Raptors don’t have answers for tougher, rougher Grizzlies
It wasn’t the last indignity nor the first or the last, but with about half of the second quarter remaining, Nick Nurse had seen enough.
Steven Adams of the Memphis Grizzlies, a powerful man but not blessed with lightning speed, had simply beaten every Raptor on the court after a missed shot from Toronto, taking a pass from Ja Morant and completing a quick transition opportunity like the flash.
The nurse walked onto the pitch at Scotiabank Arena, angrily called a time-out and quickly made a pair of substitutions.
It doesn’t matter who came out and who came in — it was Chris Boucher and Jeff Dowtin Jr. and Malachi Flynn and Christian Koloko, for the record — because the anger, the soft play, the lack of urgency and intensity in this quick push was emblematic of how the Raptors played all night in another loss.
Not being able to match the physical size and strength of the Grizzlies is a roster issue that needs to be addressed by Vice President Masai Ujiri and General Manager Bobby Webster in due course.
But the competition, trying to at least match toughness with more strength, is up to the players and Nurse and they certainly didn’t make it Thursday night.
The Grizzlies, a tough group like there are in the league this season, brutalized the Raptors in a 119-106 win that continues Toronto’s slide into midseason oblivion.
The Raptors have now lost eight of their last 10 games and they even lost a spot in the play-in portion of the playoffs.
They have a myriad of problems at both ends, many of which have been fully exposed by the Grizzlies, even as Toronto stretched a 23-point deficit to under nine with about five minutes remaining.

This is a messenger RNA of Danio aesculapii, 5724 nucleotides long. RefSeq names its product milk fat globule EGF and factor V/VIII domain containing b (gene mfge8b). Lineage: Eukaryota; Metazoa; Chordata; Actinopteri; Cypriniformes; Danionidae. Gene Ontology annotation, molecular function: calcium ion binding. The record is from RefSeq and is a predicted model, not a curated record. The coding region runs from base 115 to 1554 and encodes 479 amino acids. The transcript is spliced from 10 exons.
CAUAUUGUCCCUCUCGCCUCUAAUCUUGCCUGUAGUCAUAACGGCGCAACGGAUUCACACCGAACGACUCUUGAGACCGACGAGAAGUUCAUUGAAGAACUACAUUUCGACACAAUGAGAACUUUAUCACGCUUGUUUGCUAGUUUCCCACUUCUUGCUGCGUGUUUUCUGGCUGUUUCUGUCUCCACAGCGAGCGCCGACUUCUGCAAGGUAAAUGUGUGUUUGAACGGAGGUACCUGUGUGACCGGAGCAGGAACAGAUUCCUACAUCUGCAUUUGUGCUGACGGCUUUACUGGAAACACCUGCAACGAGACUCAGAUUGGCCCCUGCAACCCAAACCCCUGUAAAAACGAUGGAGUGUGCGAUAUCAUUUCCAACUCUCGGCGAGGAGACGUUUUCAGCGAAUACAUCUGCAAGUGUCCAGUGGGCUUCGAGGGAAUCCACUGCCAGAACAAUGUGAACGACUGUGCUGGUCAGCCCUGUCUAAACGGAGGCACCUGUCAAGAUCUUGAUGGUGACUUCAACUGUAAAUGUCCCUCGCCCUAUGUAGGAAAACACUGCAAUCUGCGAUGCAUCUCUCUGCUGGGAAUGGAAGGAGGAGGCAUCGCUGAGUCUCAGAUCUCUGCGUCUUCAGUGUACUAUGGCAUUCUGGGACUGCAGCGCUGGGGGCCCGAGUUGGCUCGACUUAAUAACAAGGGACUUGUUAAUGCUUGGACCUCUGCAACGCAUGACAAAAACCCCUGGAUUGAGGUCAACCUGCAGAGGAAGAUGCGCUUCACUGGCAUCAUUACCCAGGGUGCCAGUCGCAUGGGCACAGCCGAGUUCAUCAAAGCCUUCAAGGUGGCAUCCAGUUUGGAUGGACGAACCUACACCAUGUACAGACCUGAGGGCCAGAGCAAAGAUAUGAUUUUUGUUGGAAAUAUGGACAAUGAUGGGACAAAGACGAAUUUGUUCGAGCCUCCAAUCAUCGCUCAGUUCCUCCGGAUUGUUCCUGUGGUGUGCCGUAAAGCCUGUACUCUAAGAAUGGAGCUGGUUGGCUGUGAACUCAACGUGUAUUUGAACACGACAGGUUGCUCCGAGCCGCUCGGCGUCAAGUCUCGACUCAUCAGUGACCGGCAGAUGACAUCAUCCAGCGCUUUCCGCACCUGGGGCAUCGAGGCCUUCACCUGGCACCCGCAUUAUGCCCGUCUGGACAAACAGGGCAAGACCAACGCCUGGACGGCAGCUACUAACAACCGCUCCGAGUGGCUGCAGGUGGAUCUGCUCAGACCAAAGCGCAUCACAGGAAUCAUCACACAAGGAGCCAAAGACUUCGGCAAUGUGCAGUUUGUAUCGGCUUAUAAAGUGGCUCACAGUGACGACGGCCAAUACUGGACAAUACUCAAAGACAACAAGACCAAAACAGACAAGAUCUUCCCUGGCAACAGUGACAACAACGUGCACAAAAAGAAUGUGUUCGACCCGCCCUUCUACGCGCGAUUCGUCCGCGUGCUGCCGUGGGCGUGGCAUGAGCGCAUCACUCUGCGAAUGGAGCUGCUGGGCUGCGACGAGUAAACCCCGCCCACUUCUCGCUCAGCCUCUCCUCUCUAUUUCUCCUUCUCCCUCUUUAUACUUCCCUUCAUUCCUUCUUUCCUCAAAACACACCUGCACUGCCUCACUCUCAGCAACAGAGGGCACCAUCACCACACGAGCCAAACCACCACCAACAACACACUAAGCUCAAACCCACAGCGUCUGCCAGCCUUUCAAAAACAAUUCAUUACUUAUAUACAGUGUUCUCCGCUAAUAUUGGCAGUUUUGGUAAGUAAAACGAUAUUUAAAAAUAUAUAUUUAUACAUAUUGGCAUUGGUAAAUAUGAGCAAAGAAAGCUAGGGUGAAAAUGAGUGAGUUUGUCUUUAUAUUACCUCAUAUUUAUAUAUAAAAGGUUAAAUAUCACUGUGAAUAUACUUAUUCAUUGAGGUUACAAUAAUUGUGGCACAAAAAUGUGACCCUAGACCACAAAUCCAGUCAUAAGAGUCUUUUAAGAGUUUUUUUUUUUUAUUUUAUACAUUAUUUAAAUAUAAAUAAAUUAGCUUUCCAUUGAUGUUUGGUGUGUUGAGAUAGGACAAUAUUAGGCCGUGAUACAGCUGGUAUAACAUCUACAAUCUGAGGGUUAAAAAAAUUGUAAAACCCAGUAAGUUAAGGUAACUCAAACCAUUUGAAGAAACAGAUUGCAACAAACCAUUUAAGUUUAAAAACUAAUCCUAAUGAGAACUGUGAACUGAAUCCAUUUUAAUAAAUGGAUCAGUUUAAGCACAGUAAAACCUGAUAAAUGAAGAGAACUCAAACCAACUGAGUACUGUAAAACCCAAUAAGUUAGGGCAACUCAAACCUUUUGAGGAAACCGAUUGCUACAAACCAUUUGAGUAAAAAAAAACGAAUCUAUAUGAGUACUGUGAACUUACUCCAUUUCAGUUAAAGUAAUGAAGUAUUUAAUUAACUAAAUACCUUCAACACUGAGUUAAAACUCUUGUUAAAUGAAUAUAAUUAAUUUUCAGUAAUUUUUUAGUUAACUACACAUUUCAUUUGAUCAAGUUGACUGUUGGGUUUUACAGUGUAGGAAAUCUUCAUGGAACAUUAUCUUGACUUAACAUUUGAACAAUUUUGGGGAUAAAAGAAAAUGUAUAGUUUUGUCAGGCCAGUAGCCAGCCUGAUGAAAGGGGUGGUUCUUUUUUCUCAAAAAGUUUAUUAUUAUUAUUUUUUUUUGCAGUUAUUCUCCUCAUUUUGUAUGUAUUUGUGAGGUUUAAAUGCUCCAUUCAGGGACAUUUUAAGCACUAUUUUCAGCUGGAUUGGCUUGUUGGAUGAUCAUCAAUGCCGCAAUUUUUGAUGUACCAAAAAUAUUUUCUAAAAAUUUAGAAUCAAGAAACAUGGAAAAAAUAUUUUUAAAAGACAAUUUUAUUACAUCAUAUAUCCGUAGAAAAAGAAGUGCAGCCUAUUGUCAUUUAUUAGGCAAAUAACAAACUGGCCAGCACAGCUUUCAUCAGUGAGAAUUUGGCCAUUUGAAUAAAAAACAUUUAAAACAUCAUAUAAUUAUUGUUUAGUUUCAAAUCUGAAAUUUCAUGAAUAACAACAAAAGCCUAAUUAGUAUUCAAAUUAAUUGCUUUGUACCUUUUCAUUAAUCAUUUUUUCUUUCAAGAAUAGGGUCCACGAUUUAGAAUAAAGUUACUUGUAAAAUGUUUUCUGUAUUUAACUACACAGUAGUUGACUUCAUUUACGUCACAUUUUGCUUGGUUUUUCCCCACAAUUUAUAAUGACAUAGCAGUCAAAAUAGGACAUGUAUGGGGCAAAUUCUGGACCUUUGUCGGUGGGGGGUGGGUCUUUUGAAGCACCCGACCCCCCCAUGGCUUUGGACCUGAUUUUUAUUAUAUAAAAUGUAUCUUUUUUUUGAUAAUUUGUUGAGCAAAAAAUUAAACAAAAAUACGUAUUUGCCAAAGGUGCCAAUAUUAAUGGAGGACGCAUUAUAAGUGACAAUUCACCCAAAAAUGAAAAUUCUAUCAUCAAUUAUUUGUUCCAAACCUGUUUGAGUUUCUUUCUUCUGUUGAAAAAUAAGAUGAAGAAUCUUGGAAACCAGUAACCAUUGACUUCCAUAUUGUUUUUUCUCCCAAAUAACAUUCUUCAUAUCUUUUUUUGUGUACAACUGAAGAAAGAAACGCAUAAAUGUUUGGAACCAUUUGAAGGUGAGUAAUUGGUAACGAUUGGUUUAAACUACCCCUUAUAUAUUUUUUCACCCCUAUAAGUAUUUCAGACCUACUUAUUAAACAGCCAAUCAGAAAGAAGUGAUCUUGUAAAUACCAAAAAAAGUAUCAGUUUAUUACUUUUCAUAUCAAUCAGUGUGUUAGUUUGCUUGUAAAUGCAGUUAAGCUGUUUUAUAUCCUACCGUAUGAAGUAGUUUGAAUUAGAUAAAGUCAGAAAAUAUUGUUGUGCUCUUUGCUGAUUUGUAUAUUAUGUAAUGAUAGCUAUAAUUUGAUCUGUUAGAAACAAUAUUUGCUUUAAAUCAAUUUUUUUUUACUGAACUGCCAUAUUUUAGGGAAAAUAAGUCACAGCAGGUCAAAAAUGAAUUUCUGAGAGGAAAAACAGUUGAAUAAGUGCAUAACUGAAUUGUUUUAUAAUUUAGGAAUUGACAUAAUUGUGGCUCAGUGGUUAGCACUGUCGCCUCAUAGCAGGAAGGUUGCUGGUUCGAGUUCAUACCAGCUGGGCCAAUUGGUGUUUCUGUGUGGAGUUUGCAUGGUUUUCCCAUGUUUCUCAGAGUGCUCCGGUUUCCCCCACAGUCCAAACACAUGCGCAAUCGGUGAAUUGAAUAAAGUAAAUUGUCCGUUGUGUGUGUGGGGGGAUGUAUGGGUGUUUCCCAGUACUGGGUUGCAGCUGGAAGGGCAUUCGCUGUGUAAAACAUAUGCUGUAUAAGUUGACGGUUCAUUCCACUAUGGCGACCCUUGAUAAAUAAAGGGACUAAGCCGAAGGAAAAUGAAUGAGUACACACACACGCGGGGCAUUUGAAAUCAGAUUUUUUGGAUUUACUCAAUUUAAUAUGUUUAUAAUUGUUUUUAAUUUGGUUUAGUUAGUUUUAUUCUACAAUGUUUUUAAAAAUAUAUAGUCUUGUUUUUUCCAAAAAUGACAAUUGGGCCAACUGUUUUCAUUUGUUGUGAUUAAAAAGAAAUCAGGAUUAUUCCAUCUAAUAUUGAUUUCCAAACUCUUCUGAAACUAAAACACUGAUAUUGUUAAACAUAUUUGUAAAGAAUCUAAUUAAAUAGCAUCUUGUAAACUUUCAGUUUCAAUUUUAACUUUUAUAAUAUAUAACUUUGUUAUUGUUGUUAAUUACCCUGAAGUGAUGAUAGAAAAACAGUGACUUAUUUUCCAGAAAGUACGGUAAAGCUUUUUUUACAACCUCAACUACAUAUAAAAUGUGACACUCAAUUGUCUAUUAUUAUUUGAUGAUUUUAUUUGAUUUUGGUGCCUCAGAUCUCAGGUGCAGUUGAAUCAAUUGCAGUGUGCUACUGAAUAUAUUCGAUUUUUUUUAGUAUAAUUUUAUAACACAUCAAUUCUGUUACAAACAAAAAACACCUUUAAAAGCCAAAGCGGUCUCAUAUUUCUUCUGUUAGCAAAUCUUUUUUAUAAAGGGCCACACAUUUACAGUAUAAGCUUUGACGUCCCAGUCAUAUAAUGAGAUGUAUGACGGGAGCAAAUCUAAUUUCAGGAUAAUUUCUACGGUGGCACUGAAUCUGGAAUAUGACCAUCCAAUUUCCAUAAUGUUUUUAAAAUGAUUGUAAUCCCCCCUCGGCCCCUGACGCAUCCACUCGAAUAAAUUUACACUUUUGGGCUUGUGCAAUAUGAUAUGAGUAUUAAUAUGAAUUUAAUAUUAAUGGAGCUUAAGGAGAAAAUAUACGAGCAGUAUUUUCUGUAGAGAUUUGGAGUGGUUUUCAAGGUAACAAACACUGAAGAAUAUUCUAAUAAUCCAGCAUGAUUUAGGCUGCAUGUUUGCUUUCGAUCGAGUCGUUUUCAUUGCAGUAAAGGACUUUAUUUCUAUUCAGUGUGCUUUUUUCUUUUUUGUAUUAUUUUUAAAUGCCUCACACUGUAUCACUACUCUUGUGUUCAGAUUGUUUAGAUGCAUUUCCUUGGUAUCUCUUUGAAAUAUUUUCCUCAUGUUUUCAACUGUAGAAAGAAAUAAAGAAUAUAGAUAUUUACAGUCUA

Memphis’ size has at times sought to intimidate the Raptors defensively, and their physical nature on offense has devastated Toronto’s defense.
The thing is, the Raptors knew what was coming. And didn’t handle it.
« My concern would be whether you can play through the bumps, » Nurse wondered before the game. « When they’re constantly pushing you around, they’re not going to call all the bumps, they can’t.
“It’s like I always say, if five guys foul you at once, they can’t call them all. You will have to play with a little physics. That would be my message to the team tonight. Let’s not look for the calls. There will probably be some who will be called and others who will not. You have to keep your balance and stay calm when they’re not.
It was more fighting than composure that the Raptors lacked. Morant burned them in transition for 19 points and 17 assists, Adams had 17 rebounds as the Grizzlies dominated the glass and Mississauga’s Dillon Brooks, who takes great pleasure in playing well in Toronto, had 25 points.
Morant’s assists were a career high as the Raptors, minus starter Fred VanVleet and opening the game with no true point guard, had no answer for him.
« Ja is one of those guys that’s super special, » Nurse said. “For that we usually use a number of guys and see how it goes and see if there’s anything we can find that we can do to slow it down.
“It’s not who is matched. He arrives on the ground in transition: Your team must keep him. Your team must be ready to keep it. There are several things that need to happen or he will be on your side in the paint and on the rim.
Nurse rolled the dice by featuring not only the 18th different starting lineup the Raptors have used this season, but a group of five who hadn’t played a single second together.
Unsurprisingly, the group of Scottie Barnes, OG Anunonby, Pascal Siakam, Juancho Hernangomez and Koloko looked disjointed at both ends of the field and it took less than four minutes, with his team in a nine-point hole, for that Nurse goes to The Bench.
It didn’t matter much and even switching to Trent and Khem Birch instead of Koloko and Hernangomez to start the third quarter had minimal impact at best.
Siakam led the Raptors with 23 points and Trent had 20.
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